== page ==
Johnson & Johnson Submits EUA for COVID-19 Vaccine Candidate


The FDA advisory committee will meet in 3 weeks to discuss the Janssen investigational vaccine.


Johnson & Johnson has submitted an emergency use authorization (EUA) to the FDA for its single-dose vaccine candidate for coronavirus disease 2019 (COVID-19).1

The EUA submission is based on the company’s phase 3, randomized, double-blind, placebo-controlled ENSEMBLE clinical trials, which met all primary and key secondary endpoints; overall, the investigational vaccine demonstrated 66% efficacy in preventing moderate-to-severe COVID-19.

Related: Johnson & Johnson Reports Efficacy Rates of COVID-19 Vaccine Candidate

The company has also applied for authorization of the Janssen vaccine with several health agencies outside the US on a rolling basis and plans to submit a Conditional Marketing Authorization Application with the European Medicines Agency in the coming weeks.

According to Johnson & Johnson, provided authorization is granted, vaccines will be shipped immediately following authorization.

In a White House COVID-19 news briefing that took place on Friday, Andy Slavitt, senior advisor to President Biden’s coronavirus response team, provided updates on when the FDA will be making a decision on the Janssen vaccine.2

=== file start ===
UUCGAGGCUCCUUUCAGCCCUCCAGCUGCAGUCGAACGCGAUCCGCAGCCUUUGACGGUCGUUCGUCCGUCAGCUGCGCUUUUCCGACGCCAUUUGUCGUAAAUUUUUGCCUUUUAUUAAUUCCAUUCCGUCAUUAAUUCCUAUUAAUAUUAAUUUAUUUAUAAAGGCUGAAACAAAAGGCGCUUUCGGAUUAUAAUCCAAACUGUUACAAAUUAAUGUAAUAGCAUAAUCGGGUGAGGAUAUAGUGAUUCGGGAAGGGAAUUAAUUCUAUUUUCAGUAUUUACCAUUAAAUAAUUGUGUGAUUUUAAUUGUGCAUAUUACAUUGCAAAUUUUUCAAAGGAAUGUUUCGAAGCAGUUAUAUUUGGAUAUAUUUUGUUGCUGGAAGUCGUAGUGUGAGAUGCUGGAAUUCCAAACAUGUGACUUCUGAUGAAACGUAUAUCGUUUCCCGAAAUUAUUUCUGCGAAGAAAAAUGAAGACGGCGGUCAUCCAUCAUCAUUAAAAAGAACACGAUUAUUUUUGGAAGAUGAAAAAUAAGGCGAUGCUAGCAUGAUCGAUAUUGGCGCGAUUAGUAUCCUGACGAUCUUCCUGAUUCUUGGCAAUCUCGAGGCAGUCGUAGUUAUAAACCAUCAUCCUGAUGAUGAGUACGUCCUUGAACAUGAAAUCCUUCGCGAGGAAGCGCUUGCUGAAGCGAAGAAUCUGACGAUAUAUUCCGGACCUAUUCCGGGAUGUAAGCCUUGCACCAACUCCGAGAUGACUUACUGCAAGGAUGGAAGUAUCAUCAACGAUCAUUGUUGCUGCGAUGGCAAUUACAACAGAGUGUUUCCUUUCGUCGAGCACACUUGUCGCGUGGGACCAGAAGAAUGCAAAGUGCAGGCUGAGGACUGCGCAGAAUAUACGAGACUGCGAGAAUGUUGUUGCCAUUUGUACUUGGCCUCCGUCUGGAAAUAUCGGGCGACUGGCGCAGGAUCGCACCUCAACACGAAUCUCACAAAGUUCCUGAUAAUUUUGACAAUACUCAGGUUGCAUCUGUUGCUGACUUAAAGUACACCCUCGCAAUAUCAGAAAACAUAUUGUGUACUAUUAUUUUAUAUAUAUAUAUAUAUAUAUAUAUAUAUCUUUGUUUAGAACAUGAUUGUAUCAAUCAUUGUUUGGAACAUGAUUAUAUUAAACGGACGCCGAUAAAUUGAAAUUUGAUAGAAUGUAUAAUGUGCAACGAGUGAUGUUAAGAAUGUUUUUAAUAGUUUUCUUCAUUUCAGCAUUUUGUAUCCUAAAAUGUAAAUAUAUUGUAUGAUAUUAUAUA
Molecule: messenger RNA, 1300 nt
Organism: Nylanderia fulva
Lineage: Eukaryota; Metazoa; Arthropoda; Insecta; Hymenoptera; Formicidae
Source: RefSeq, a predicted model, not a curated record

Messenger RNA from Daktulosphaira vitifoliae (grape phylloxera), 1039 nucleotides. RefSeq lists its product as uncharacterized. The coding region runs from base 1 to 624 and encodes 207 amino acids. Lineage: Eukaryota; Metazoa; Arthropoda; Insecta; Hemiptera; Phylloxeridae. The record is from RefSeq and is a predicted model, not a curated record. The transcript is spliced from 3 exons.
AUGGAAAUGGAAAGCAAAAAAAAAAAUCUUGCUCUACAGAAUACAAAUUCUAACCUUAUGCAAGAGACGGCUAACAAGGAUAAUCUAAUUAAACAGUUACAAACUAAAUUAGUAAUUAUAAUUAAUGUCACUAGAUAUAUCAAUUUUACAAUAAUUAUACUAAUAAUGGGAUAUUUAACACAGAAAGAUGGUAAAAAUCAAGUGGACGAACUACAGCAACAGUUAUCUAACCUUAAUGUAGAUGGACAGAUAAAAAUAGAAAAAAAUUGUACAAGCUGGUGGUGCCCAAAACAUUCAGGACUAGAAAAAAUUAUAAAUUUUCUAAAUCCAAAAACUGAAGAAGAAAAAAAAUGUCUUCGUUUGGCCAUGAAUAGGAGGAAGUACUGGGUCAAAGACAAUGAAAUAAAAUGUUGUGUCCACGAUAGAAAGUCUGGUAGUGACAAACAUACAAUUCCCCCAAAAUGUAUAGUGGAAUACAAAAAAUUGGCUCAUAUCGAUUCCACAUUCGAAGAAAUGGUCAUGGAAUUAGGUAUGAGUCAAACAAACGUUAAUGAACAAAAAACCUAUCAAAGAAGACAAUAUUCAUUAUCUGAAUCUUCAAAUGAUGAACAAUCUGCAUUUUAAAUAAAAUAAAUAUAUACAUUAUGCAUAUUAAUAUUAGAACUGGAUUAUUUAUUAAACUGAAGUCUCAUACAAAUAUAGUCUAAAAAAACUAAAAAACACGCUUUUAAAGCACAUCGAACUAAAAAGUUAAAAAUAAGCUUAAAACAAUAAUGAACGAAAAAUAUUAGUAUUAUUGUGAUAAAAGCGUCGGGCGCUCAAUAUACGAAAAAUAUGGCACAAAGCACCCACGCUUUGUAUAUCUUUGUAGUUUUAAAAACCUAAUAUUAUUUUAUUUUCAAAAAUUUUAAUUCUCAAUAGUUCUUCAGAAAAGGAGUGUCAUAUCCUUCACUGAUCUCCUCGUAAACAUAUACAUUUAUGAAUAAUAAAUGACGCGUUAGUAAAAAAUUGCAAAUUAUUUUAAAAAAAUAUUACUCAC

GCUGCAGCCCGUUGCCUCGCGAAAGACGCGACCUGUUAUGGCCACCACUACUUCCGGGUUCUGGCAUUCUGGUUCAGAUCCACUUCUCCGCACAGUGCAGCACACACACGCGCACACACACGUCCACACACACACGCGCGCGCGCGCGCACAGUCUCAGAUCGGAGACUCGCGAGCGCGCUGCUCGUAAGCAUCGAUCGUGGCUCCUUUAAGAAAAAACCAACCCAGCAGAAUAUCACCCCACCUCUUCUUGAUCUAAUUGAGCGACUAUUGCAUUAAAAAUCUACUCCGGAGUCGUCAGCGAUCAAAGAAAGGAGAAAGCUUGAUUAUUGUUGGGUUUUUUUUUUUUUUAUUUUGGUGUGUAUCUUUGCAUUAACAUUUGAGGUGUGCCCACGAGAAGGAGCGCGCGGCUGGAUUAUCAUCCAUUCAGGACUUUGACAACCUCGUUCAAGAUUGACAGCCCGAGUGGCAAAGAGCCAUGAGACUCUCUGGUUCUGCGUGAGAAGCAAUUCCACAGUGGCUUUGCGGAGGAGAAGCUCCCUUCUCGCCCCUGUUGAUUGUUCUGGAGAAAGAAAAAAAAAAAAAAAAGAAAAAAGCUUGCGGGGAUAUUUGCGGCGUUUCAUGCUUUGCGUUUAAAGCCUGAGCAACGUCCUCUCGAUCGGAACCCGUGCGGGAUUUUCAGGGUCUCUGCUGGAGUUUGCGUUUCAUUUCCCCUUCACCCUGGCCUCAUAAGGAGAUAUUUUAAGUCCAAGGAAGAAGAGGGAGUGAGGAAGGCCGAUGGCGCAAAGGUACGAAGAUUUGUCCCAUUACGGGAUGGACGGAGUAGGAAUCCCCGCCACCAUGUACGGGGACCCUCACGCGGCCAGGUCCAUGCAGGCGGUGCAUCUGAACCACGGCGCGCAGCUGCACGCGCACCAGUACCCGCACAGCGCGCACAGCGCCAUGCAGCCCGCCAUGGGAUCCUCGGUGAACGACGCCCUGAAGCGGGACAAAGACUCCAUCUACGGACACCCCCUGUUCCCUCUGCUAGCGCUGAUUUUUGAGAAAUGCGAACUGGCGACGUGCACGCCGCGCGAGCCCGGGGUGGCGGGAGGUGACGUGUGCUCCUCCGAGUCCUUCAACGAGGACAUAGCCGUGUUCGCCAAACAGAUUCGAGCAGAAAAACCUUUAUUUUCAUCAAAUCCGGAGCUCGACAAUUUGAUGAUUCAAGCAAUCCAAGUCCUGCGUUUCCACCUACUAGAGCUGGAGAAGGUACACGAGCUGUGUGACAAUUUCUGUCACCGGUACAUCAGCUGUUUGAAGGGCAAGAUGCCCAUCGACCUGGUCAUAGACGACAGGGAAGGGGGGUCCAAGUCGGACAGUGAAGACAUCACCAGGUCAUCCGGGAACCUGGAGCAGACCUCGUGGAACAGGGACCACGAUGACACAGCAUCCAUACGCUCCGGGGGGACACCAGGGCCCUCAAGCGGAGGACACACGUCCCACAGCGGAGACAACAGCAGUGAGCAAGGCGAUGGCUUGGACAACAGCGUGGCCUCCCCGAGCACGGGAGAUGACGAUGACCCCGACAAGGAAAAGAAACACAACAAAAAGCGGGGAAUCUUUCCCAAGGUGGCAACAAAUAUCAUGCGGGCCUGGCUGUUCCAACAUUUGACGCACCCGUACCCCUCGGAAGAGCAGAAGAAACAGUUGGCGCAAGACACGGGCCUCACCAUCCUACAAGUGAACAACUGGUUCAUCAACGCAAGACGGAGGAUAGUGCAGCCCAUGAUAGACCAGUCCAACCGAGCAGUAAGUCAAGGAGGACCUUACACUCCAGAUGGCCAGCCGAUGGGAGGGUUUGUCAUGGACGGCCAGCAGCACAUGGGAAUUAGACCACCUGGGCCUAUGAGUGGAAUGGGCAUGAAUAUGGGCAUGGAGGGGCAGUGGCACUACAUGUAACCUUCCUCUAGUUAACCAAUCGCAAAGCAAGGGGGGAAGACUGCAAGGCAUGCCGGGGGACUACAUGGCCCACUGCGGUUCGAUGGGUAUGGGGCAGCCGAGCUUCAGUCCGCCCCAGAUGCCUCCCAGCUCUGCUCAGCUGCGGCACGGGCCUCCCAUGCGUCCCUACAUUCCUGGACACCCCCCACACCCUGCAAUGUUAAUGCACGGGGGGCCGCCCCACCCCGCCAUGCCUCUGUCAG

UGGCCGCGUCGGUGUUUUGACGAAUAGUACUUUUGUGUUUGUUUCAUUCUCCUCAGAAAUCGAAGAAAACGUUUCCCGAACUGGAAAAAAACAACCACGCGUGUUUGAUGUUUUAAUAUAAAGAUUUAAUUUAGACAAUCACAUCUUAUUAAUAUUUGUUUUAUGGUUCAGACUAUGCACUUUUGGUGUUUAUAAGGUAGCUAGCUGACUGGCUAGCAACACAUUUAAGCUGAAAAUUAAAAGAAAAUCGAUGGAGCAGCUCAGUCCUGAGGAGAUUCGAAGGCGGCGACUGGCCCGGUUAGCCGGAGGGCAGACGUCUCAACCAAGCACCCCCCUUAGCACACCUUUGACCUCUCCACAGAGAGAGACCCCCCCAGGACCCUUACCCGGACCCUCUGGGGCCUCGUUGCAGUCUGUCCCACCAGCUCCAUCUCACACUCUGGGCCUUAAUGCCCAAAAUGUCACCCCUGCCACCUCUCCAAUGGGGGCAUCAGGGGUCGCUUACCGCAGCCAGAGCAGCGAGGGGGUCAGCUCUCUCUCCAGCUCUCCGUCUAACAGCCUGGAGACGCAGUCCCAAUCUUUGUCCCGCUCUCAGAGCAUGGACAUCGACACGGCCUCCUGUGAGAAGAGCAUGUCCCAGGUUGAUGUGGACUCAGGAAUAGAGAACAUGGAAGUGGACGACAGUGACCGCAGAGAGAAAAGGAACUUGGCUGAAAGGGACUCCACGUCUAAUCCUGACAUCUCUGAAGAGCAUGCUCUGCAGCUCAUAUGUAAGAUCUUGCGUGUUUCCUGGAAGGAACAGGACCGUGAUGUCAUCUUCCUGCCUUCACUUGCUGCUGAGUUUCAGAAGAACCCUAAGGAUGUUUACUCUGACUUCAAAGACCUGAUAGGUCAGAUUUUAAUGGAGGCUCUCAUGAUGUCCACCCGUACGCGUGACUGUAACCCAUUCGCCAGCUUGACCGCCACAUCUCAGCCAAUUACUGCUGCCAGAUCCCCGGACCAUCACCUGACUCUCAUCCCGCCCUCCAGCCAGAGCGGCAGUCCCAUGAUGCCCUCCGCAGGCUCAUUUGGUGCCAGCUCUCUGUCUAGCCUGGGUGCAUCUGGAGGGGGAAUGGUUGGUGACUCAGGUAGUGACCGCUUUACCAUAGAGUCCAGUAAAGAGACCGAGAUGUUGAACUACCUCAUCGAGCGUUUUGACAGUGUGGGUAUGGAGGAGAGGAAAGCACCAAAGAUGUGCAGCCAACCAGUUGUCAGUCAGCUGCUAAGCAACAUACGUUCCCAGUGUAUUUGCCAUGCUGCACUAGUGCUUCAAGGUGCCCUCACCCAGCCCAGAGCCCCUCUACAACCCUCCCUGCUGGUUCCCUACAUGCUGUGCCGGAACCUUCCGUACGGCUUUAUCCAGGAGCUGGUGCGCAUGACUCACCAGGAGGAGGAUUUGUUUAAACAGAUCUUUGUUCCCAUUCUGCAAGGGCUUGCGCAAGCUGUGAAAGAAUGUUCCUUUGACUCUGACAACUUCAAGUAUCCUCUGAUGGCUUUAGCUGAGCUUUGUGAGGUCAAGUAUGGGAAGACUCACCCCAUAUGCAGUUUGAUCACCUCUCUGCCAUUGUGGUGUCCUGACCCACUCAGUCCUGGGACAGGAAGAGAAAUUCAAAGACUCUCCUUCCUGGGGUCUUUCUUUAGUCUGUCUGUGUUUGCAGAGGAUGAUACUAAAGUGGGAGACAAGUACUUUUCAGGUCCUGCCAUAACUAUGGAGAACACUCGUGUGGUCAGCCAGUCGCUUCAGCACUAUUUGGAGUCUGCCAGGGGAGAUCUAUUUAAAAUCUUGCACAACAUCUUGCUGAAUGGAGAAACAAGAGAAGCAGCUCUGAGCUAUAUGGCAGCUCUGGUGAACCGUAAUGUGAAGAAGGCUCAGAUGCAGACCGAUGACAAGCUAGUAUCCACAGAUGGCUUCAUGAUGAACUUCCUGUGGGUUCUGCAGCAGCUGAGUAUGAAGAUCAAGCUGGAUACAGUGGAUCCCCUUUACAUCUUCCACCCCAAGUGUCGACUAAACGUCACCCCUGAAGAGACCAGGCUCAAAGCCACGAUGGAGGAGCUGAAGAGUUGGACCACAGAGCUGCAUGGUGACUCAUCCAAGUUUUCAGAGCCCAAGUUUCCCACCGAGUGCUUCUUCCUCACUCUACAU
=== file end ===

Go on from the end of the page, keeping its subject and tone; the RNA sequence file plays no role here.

“The data are now with the FDA, they are examining, they have scheduled the advisory committee…which will meet in 3 weeks,” Slavitt said.2

Notably, the Janssen vaccine, which is being tested in 3 countries – the US, Brazil, and the Republic of South Africa – demonstrated “rather complete protection against severe disease, including hospitalizations and deaths,” with an efficacy rate of about 88.8% across all 3 sites, Slavitt explained. However, in regard to COVID-19 variants, such as B.1.351 in South Africa, the vaccine candidate was shown to be 57% effective against moderate disease.

In the recent briefing, officials also stressed that if Americans continue to adhere to public health measures, such as mask-wearing, social distancing, and avoiding crowded place, the variants will fail to evolve, mutate, and spread. 

“Today’s submission for emergency use authorization of our investigational single-shot COVID-19 vaccine is a pivotal step toward reducing the burden of disease for people globally and putting an end to the pandemic,” Paul Stoffels, MD, vice chairman of the executive committee and chief scientific officer at Johnson & Johnson, said in a statement.1

“Upon authorization of our investigational COVID-19 vaccine for emergency use, we are ready to begin shipping. With our submission to the FDA and our ongoing reviews with other health authorities around the world, we are working with great urgency to make our investigational vaccine available to the public as quickly as possible,” Stoffels said.


1. Johnson & Johnson Announces Submission of Application to the US FDA for Emergency Use Authorization of its Investigational Single-Shot Janssen COVID-19 Vaccine. News release. Johnson & Johnson; February 4, 2021. Accessed February 8, 2021.

2. White House COVID-19 Response Team Holds News Conference. ABC News. February 5, 2021. Accessed February 5, 2021. https://www.pscptv/w/1qKDejEOLEGV.

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